I took a walk in the mountains the other day with my dog to clear my head. In these times, there is so much going on in the world that it is sometimes easier to just move forward and ignore, The problem is ignoring is an active decision itself. My walk was just after the first real snow of the season. As we got higher, a total whiteout engulfed us and after another hour, I found myself a bit confused as to my exact location. I tried to use the map on my telephone but there was no coverage, so the only way back was to track my own steps.
So what does this have to do with sustainability in the textile industry? The whiteout forced me to concentrate on the problem and take action in order to get back to safety.
The planet on a nice day allows us to be swallowed into its wonder and beauty and forget there are any problems at all.
But at the same time, there are places experiencing the screaming out for help as destruction continues to occur. So what can we do? We recycle our paper and plastics to do our part. The problem is the more damage we do rather than provide benefits, the more we are dragging the planet down with us. The only solution is awareness and action.
Awareness means analyzing the damage we cause by our choices. As my walk in the mountains forced me to carefully retrace by tracks and evaluate, I also began to think of my other choices. How can I reduce my impact on the planet and is it possible to do it without fully changing the way I live? Focusing on the textile industry and each person’s impact on it, I thought about our choices in purchasing. Do we need more products? That answer is normally no, but even if we don’t need it, do we really want that product, and am I answering the right questions before I buy? Is it something I love or is it a trend? Can I see myself wearing it in three years? I sometimes look at trend products two years later and wonder how was this ever produced? If you don’t see yourself liking it in three years, keep it on the store shelf. If companies’ responsible for these products see consumers not buying, they will stop wasting valuable resources to produce something designed for less than a year’s use. There are large containers at some stores where you can return your old clothing for recycling. This is a positive step, but it is also dangerous. Recycling clothing because it is now out of style does not improve our footprint. Recycling requires collection, transportation, sorting, destruction and then the recycling process. It is better than landfill or burning, but it requires increased energy use, normally additional waste, and probably additional chemicals. The greatest savings comes with selecting the right product from the beginning.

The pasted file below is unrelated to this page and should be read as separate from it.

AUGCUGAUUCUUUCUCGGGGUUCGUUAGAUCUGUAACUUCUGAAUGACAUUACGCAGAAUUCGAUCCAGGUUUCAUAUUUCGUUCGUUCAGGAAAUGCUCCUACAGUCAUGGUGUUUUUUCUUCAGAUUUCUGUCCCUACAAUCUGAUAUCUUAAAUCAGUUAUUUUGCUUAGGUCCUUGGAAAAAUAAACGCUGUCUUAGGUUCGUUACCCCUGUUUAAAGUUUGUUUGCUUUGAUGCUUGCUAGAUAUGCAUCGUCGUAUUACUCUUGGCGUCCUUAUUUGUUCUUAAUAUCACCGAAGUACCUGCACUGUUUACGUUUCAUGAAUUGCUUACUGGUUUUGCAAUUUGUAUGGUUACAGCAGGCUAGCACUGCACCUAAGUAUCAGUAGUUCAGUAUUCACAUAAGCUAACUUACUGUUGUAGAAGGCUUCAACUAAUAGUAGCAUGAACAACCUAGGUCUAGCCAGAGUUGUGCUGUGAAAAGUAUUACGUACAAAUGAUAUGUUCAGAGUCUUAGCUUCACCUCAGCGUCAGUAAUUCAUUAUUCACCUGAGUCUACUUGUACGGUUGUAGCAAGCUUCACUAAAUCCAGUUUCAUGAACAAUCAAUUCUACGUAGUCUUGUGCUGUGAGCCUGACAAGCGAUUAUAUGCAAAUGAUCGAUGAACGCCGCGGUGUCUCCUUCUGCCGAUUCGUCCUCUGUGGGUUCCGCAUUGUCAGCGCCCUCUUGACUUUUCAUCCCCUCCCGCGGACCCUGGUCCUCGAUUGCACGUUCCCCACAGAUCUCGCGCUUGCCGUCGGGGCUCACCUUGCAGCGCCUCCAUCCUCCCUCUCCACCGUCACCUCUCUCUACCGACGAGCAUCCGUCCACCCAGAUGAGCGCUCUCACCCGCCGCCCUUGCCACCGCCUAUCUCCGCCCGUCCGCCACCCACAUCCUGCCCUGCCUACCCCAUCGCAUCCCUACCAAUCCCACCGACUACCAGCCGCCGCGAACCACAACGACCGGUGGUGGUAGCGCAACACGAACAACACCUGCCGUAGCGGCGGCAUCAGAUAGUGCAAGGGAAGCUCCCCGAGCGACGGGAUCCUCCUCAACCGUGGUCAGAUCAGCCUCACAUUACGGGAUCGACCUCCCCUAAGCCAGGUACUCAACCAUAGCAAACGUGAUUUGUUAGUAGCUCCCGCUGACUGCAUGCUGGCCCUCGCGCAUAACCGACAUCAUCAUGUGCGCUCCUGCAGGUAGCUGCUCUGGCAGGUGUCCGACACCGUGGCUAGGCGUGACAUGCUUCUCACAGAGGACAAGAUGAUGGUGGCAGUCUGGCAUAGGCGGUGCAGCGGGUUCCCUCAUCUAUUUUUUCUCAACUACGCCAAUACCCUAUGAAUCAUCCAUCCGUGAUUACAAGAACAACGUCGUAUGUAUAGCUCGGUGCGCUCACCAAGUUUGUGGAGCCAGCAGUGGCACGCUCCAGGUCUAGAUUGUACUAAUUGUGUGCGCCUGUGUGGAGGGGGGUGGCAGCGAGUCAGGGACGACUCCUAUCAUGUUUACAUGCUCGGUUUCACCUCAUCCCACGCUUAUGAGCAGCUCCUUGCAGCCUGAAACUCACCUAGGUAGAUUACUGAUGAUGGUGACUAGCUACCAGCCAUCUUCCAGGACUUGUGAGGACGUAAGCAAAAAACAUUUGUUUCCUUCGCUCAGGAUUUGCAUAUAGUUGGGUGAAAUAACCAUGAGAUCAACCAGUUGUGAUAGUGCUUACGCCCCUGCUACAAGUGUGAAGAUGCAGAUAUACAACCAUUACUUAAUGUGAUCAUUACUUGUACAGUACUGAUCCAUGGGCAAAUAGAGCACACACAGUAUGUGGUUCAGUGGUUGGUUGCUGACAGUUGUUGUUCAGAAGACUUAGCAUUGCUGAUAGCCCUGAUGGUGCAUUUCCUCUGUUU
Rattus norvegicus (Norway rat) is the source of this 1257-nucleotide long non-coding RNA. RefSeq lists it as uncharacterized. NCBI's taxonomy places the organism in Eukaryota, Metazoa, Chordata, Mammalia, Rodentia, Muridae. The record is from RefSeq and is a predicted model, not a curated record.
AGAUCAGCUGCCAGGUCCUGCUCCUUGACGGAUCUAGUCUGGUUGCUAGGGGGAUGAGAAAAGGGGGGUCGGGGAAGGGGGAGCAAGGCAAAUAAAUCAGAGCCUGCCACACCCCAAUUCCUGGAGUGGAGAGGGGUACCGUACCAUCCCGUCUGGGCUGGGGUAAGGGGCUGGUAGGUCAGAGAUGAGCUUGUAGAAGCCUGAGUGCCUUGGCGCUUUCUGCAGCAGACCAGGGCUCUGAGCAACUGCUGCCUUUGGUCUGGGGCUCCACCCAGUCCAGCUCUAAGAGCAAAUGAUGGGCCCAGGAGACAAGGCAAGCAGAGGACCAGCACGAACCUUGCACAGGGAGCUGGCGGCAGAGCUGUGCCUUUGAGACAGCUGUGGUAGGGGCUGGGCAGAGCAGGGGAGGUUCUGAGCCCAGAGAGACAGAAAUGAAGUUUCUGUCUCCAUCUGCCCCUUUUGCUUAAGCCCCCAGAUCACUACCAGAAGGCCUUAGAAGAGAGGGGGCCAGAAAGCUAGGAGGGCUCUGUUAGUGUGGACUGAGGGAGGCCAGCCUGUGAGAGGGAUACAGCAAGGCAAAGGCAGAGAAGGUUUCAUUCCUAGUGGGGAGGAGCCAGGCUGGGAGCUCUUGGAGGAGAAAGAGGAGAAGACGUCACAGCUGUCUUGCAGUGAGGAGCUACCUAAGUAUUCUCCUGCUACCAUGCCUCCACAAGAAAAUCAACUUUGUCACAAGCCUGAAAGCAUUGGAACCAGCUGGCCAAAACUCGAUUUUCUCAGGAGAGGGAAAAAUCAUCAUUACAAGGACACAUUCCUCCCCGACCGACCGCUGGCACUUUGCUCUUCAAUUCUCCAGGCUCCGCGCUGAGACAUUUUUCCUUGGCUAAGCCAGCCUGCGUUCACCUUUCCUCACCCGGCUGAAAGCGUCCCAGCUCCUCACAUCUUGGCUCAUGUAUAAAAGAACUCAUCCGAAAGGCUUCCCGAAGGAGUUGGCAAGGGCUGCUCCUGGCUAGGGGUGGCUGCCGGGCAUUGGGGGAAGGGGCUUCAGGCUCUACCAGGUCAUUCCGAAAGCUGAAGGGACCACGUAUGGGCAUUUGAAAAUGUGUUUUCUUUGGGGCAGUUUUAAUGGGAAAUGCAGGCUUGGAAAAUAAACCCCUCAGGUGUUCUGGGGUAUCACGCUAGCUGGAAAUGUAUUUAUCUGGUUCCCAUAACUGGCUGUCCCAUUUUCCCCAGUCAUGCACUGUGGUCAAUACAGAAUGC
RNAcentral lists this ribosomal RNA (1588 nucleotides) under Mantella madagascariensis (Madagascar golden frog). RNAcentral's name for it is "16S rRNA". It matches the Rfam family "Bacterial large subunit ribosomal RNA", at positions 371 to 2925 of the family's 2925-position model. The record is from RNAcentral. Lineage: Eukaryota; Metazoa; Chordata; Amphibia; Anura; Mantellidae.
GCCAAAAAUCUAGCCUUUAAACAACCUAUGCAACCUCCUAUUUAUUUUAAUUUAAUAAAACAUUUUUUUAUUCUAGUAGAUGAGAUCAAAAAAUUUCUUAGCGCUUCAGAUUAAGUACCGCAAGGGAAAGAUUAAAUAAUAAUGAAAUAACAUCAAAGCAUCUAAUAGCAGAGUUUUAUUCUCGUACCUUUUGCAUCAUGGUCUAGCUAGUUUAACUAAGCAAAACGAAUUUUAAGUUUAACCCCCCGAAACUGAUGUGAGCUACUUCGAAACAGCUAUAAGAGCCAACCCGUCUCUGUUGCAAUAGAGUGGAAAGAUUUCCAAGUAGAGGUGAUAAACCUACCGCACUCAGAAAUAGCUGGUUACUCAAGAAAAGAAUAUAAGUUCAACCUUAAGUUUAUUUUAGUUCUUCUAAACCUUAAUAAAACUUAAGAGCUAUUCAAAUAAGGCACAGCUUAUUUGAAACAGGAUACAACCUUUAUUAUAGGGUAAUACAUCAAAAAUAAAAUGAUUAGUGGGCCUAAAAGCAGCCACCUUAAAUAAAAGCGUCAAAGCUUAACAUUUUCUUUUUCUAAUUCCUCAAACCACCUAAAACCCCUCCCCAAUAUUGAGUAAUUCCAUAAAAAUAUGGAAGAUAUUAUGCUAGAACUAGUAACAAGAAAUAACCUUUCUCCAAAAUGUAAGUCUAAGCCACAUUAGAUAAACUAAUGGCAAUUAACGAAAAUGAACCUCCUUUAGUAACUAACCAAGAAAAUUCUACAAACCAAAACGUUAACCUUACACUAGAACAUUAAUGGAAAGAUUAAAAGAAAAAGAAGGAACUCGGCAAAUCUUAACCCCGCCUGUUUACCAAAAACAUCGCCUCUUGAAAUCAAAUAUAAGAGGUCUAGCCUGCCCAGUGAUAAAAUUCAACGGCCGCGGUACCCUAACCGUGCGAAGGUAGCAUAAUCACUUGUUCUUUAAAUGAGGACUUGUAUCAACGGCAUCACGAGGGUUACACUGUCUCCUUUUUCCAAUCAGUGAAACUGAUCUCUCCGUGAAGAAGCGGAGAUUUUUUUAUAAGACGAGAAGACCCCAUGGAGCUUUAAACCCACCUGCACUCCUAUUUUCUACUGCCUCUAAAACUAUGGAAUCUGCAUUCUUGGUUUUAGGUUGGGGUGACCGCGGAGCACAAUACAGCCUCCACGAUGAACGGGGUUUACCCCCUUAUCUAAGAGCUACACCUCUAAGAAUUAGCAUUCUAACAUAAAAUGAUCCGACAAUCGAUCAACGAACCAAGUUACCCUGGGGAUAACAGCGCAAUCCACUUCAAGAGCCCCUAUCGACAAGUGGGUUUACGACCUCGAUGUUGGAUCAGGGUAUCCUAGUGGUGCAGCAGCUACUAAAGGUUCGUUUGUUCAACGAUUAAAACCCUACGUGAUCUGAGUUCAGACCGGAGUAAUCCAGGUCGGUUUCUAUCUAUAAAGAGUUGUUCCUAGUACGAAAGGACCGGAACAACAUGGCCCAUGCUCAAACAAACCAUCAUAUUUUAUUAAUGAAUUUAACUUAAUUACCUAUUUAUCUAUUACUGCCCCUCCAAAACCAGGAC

Sometimes we see a product and think it is impossible not to buy it? It looks really good and it’s so cheap. Ask yourself why is it so cheap? Have I paid the right amount for the water use, preferred fiber use, cleaning the chemicals so they don’t enter the water system in another part of the world? Are all the workers involved paid a living wage? Is it the right quality so that it can last for some years, even if I trade, sell or give it away? Is it third party verified to protect the environment, workers or animals?. Ask questions, and if the store doesn’t know the answers, ask them to find out before purchasing. We need to reinvent the way we buy.
Spending more for quality that will last, and making sure the materials are as sustainable as possible from the start goes a long way towards reducing the continuous damage caused by the textile industry. The responsibility for change is shared between the brands and the consumers. Brands and retailers should not sell products that do not move towards solving these problems, and consumers should not reward brands and retailers that are not safeguarding our future by buying their products. We have but one planet, so we must do everything we can to retrain ourselves to make good decisions that will positively influence the direction.
Buy responsibly, take care of the products to prolong their life and use them for as long as you can or sell/give them away. Recycling old products is a last resort when its end of use means it can no longer be worn. This is what was done for generations, and retracing our tracks should be a part of the strategy towards returning our planet to safety just like safely returning home after a whiteout.
– Brad Boren, Director of Innovation and Sustainability